A day after the Delhi High Court’s blow to no-frills carrier SpiceJet by directing the Directorate General of Civil Aviation (DGCA) to deregister six aircraft given on lease to it by two Irish firms, the company exuded confidence of resolving the issue with the lessors and stated that its summer schedule with an expanded fleet will not be affected.
The airline has drawn up a two-pronged strategy, of appealing against the HC’s order while negotiating with the lessors to resolve the issues. It said non-payment is a legacy issue but as the company has since changed hands and the new owners have settled dues and are working on settling the remaining issues, there would be no disruption of operations.
“SpiceJet has in fact reached an in-principle understanding with one of the two lessors already, and is in advanced discussions with the other lessor. Meanwhile, SpiceJet is exploring all legal remedies to safeguard its interest to maintain continuity of operations. SpiceJet would like to assure its partners and customers that the situation of the airline is very different from what it was in late 2014, and that it has received its first tranche of funding already and is in the process of paying off creditors in a phased manner,” the airline said in a statement.
“All taxes have been paid, all salaries are current, and several lessors who supported the airline during the crisis have already been paid off in full while payment plan discussions are actively ongoing with remaining lessors,” it added.
The development is significant since any signal in the market that SpiceJet’s expanded fleet operations from next month is in jeopardy could derail its entire revival plan.
On Thursday, after the HC’s order came, analysts had said that if the airline is not able to enter into suitable arrangements with either new lessors or carriers for new aircraft, it could face a major crisis next month onwards. This was because currently SpiceJet operates 32 aircraft — 17 Boeing 737s and 15 Bombardier Q400s — and it has stated earlier that in the summer schedule it would increase its Boeing fleet to 27.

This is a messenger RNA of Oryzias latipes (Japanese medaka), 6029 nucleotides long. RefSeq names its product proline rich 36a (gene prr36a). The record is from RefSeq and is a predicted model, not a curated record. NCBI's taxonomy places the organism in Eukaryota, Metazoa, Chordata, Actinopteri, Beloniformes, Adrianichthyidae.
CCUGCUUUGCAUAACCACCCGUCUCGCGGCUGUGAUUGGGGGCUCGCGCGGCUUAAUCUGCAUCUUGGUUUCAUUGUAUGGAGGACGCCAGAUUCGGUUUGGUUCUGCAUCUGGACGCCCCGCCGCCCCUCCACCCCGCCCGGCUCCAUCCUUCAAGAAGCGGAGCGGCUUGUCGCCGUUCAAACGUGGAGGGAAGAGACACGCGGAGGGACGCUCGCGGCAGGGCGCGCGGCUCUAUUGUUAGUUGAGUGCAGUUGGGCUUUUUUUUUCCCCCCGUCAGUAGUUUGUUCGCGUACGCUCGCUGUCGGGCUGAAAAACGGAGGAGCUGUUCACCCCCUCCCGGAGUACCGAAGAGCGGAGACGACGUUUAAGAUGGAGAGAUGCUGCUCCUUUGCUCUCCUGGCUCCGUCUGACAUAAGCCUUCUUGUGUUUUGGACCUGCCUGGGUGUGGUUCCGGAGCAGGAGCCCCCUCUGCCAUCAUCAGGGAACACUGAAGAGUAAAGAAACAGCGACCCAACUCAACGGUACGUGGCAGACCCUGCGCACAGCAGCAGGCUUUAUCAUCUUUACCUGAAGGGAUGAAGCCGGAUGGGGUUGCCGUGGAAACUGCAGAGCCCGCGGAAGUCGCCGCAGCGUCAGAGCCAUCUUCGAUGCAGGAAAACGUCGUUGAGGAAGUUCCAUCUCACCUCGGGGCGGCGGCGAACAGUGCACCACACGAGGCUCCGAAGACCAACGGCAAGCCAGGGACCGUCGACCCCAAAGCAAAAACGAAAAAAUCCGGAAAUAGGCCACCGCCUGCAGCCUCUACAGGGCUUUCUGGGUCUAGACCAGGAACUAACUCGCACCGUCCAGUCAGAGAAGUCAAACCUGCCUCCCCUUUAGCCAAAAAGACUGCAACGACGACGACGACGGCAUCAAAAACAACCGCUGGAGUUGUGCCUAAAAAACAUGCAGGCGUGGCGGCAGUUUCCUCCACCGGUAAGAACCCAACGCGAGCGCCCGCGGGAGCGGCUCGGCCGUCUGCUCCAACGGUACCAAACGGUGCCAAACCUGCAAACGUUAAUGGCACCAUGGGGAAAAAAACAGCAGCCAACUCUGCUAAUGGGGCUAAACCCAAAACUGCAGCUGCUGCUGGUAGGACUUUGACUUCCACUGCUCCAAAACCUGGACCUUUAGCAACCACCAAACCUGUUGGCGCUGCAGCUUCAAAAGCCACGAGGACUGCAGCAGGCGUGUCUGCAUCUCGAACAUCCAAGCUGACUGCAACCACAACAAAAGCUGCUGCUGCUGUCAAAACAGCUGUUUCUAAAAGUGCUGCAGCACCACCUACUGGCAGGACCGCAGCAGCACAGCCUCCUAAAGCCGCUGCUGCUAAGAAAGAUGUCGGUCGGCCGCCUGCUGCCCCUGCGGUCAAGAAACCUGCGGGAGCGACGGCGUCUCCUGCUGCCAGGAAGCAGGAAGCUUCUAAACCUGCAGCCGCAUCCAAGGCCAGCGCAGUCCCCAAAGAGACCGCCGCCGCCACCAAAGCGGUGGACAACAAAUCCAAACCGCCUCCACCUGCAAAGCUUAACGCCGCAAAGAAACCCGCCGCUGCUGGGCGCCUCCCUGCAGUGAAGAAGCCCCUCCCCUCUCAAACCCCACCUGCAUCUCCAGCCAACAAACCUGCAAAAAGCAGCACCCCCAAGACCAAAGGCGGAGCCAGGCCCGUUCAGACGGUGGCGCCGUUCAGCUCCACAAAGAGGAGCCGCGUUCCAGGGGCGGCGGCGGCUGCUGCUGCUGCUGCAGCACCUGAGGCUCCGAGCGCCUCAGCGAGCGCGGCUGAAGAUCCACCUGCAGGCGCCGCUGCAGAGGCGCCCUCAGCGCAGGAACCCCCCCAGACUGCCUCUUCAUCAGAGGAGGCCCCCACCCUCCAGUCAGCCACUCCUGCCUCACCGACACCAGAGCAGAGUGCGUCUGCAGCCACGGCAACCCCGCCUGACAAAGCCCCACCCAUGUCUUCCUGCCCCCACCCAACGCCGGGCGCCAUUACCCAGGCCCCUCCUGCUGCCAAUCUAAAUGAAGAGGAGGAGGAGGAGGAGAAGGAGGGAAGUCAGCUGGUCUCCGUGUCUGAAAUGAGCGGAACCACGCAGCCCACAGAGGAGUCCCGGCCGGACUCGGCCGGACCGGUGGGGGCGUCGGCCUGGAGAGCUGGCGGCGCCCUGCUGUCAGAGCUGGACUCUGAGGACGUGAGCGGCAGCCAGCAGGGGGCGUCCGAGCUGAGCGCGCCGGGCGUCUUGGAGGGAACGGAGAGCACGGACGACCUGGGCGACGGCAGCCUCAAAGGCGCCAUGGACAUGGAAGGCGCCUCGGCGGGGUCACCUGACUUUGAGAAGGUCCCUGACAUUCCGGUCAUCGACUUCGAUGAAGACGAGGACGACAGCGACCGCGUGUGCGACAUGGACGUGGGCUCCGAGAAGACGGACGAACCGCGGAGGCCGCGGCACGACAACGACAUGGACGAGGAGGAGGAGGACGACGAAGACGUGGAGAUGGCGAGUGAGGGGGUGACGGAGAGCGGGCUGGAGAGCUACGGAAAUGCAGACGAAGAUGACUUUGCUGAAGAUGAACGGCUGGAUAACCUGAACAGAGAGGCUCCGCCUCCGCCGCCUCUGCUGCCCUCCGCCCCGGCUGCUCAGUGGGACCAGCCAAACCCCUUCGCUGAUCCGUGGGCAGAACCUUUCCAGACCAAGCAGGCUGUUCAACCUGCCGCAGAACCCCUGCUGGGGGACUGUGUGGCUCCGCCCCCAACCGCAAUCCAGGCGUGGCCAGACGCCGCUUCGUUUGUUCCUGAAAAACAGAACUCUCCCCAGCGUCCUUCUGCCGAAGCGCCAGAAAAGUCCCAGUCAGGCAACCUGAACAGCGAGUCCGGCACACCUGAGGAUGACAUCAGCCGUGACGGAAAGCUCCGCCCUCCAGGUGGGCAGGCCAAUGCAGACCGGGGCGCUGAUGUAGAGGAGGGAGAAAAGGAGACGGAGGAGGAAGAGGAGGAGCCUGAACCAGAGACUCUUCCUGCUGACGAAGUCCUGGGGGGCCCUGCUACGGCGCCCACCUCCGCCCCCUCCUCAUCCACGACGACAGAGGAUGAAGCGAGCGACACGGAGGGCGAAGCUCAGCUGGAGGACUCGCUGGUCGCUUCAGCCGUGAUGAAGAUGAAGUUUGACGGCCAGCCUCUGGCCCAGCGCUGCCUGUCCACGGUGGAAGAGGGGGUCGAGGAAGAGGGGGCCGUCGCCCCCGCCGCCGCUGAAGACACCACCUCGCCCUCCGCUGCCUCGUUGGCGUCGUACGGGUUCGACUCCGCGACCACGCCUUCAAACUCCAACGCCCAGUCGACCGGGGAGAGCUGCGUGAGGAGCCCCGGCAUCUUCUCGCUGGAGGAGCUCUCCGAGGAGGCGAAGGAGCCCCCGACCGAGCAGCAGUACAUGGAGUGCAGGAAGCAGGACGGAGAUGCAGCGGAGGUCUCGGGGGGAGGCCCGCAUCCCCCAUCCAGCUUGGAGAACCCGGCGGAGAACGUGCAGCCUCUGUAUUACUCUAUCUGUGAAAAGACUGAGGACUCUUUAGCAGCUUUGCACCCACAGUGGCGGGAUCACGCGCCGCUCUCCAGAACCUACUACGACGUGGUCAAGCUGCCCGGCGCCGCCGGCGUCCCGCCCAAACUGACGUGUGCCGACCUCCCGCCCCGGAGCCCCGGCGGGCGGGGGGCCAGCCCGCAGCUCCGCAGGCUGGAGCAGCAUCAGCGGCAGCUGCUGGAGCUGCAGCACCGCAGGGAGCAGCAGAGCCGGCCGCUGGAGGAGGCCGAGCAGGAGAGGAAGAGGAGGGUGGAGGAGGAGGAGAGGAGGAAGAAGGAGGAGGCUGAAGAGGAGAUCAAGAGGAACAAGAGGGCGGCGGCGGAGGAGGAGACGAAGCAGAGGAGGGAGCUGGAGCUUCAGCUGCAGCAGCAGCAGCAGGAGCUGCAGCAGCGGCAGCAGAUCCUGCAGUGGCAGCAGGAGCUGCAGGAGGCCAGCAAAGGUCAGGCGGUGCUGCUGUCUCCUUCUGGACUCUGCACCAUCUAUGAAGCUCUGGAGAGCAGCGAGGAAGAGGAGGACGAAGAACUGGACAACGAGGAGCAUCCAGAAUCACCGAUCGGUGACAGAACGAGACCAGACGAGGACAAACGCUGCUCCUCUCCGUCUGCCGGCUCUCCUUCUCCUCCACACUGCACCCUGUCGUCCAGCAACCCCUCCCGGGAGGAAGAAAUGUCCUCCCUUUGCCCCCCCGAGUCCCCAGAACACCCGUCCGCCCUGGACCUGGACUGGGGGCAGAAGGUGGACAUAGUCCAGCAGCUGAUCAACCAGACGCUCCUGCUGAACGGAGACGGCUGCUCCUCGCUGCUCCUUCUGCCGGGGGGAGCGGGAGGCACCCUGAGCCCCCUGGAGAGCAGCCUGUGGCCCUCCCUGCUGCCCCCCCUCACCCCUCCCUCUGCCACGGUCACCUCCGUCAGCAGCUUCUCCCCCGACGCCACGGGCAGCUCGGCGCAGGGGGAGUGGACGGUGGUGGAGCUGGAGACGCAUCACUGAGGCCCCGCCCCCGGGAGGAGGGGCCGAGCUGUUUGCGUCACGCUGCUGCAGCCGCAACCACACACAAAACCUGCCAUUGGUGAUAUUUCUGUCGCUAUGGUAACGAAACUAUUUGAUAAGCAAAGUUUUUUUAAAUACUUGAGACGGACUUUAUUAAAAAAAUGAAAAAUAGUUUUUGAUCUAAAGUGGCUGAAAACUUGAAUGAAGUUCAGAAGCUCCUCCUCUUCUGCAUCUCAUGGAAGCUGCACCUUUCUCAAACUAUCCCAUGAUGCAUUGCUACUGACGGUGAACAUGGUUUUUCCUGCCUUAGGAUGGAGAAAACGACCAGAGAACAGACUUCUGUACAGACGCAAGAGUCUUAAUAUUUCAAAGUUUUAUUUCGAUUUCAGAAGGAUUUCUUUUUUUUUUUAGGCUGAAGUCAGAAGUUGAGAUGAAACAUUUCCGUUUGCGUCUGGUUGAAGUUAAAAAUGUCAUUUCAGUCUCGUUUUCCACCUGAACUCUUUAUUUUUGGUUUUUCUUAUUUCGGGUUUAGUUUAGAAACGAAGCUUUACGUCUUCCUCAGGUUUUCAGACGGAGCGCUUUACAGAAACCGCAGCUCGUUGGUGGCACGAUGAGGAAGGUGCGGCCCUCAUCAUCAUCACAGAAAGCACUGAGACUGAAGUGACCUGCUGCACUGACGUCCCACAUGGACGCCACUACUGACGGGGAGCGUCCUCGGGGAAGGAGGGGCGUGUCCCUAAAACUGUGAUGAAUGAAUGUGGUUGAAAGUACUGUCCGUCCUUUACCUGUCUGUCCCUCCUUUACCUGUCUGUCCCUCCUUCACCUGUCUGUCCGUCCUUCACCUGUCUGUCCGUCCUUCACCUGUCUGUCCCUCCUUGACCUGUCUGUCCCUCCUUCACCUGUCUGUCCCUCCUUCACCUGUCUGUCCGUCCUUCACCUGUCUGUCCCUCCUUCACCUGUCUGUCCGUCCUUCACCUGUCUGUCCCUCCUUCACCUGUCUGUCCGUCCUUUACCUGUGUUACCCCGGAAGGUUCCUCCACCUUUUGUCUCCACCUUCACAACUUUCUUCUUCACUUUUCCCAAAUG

However, with the deregistration its strength would falls by six. Another threat looms in the form of another bench of the HC having reserved its order on a plea by another Irish firm for deregistration of five more aircraft.
SpiceJet’s revival plan is tied with its ability to increase its Boeings to around 27 in the next couple of months because under the advance booking window it has booked tickets till October. Inability to have the aircraft could see it resorting to cancellations and refunds, which would be a major blow at a time it is trying to recover lost ground.
The carrier placed order for 42 Boeing 737 last year in March but delivery would begin from 2016 onwards.
Responding to such apprehensions, the company said on Friday that is operations are normal, on-time performance is now among the top two in the country, and confidence in the market is high.
“The change of ownership and infusion of fresh funding has assured SpiceJet’s future, and our creditors are aware and appreciative that the best outcome for all parties would be a fully revived and healthy SpiceJet, and are working jointly towards that outcome,” it said..
As part of the revival plan, the company said that it is also in the process of adding more aircraft to the fleet and expects to add eight or nine Boeings starting April to take the active Boeing fleet to 25-26 aircraft in the summer, in addition to the 15 Q400 aircraft owned by it. “SpiceJet will continue to add more aircraft in the second half of the year to take the Boeing fleet up to 34-35 aircraft by the end of the year,” it added.